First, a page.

287 posts • joined 19 Apr 2007
Re: I wouldn't have expeced otherwise
>Another problem on those devices is that you have several instances of "binary blobs",
>code running with very high privileges, facing outside, but having never gone through
>some sort of security audit.
Which binary blobs on Android face outside?
>If you had a simple high speed serial port running a much simpler protocol like PPP,
Why does that help at all? If you can exploit USB drivers to take over the screen why couldn't you exploit the PPP daemon running the link between the application processor and the baseband.
>this becomes so hard it gets implausible.
How? The only way to totally avoid not having the baseband fiddle with the applications processor is to not link them at all... which makes your phone a bit useless. As soon as you link them up you have hardware and software components operating the link that can be exploited. Changing the type of link doesn't change that.
>You could have each function of your mobile phone done by an independent microcontroller.
>The software running on each of those would be simple enough that it would be
>essentially bug free, so it wouldn't need to be updated.
*essentially bug free* .. so not bug free. So still has potential to be exploitable. So back to square one.
>Simple protocols could reduce the attack surface even more.
Even simple protocols go through complex layers of hardware and software.
I find it funny that any thread that even remotely mentions the Israel vs Gaza thing turns into a conflict that is as pointless and retarded as the real thing.
Re: Hardly breaking news
>at kernels used in various Android phones, etc you will see a mix of 2.6.33 and an occasional 3.0.
The versions in use are the versions that the Android patches will apply to. I'm not sure if everything is in the mainline kernel even now.
Re: can't wait to upgrade..
There are lots of up to date BSPs for ARM SoCs that are still using 2.6 series kernels. Mainly vendors like Marvell that have a bunch of hacked up drivers that were impossible to mainline.
The device tree stuff has also meant that a lot of ARM stuff is still on earlier 3 series kernels because of breakage resulting from the uptake of DT in more recent kernels.
I'm wondering why the fact that support for some old M68K palm pilots should work again now was left out of this article!
It sounds like Samsung think there was some clause in the deal bars Microsoft from becoming a direct competitor and since buying Nokia that's what they've become.
> that can be universally patched as needed.
>and still allow the OEMs a-la Samsung to skin-up their GUIs as they see fit.
If you take a look at the AOSP source and maybe try to make it work on some device it soon becomes apparent why that isn't easy to do. Sure Samsung etc could just replace the framework graphics to their crappy looking stuff but they don't want to do that. They want to change the UI enough so that it looks like a Samsung and not a something else. So they will tinker around all over the place.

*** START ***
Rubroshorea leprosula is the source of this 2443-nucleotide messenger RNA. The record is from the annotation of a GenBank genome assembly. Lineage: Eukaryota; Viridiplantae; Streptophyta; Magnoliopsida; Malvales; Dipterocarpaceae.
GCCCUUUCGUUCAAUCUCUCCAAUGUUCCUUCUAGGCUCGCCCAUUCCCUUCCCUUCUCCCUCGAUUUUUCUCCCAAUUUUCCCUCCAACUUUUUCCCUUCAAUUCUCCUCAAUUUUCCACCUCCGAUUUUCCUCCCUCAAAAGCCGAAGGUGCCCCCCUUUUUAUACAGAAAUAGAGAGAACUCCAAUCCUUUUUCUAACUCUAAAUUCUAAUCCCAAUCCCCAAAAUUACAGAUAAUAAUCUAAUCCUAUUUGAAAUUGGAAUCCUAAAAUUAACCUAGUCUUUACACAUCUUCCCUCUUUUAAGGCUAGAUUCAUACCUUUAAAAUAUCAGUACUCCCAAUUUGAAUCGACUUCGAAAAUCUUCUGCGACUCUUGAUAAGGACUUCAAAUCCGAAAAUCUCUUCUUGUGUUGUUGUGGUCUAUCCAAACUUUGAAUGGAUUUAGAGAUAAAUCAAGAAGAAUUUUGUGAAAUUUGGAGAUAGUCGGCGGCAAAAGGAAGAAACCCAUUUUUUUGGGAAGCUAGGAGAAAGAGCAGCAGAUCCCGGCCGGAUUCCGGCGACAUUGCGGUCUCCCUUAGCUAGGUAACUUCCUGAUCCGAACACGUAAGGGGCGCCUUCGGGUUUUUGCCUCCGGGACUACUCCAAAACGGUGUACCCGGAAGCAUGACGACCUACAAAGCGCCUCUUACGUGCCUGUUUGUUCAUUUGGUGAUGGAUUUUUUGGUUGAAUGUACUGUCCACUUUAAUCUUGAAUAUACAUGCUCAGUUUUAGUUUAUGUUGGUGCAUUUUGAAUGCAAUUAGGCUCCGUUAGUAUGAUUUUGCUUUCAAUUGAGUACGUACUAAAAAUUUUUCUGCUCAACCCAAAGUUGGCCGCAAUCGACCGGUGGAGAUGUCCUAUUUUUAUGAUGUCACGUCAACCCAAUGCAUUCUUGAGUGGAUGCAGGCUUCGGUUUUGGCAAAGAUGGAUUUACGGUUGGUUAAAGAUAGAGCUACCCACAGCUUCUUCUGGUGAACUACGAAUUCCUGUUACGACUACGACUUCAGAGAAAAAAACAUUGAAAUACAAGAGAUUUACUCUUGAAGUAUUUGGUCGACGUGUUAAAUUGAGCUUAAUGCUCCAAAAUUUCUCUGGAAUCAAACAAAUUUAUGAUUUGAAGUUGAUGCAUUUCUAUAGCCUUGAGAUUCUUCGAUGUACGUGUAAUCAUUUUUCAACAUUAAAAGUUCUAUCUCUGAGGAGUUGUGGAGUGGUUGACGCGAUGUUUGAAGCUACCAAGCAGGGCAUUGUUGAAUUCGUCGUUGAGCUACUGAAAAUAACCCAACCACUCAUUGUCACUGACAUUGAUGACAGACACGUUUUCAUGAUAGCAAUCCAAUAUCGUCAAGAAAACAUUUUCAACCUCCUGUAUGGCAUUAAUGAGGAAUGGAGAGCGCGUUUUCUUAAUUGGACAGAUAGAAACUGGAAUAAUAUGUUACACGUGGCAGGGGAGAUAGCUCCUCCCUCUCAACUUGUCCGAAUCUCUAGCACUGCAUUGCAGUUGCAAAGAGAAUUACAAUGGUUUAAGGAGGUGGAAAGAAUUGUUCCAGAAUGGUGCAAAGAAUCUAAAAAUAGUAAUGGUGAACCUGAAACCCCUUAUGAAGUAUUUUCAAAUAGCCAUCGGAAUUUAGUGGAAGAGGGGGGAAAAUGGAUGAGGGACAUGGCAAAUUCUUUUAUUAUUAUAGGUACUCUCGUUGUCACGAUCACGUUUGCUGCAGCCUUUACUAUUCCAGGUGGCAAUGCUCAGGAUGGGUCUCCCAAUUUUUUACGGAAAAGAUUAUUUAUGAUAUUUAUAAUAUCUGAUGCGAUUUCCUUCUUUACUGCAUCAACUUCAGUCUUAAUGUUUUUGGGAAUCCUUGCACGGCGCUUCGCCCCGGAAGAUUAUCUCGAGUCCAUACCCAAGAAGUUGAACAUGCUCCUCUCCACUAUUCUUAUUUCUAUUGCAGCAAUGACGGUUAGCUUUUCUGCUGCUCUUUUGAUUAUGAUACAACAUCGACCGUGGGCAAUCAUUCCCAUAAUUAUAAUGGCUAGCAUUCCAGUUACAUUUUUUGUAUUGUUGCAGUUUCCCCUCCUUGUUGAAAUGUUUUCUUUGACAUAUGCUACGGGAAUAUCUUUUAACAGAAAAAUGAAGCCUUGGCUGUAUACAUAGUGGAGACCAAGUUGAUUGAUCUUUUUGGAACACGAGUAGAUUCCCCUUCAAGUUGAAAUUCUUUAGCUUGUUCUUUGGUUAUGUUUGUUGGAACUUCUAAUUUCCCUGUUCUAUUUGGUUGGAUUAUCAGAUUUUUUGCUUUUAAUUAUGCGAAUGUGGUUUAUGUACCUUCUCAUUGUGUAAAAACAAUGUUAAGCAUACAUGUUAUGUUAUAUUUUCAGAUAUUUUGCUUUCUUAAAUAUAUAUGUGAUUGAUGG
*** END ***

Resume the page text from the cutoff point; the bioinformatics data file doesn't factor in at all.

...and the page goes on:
More times than not vendors will also need to add their own patches to core packages to make it work on their device. Mix into that some vendor binary blobs, hardware specific compiler flags that might make binaries incompatible etc and it becomes very hard for Google to be able to "universally" patch anything in the OS.
Now this issue is actually a bit different than something like heartbleed in openssl which will mean replacing that library in the system partition which means an OTA update.. This is a security issue within Google services that run on top of Android and as other people have mentioned it's been fixed.
I'm not sure why any such laws should target just phones and embedded (IoT) stuff.
Surely if you're going to make "laws" it should be along the lines of provide security updates for *any* software as long as possible and at the point that the vendor is no longer able to provide updates (doesn't want to or goes bust) they must release their source code and tools to make it possible for someone else to fix the issue.
Re: What's the real market size of x86 vs ARM
I'm not sure it's fair to compare Intel and ARM really.
ARM vs Renesas would be a better comparison because of they both have designs for microcontroller applications through to relatively high performance. I think the fact that Renesas is also shipping ARM chips shows they are doing something right.
Re: It does affect OSX
Re: Of Google software and battery drain
That appears to be a problem specific to Sony devices. Not sure how that is Google's fault. It's very possible that something in the Play Services triggers something in Sony devices that cause them to fully wake and that causes extra battery usage. The thing is the play services are used by other apps so it may very well be that one of Sony's shovel-ware apps is what is causing play services to be active... It's sort of like blaming the milk for running out when you open the bottom of the carton.
Re: But isn't it event driven?!
>Chrome sets up a polling loop with 1ms
I think I misunderstood your post because you have misunderstood what the issue is.
It seems that Chrome plays with the platform timer. That's not a "polling loop".
If a user process playing with that is an issue it shouldn't be available to user processes unless they run as a super user.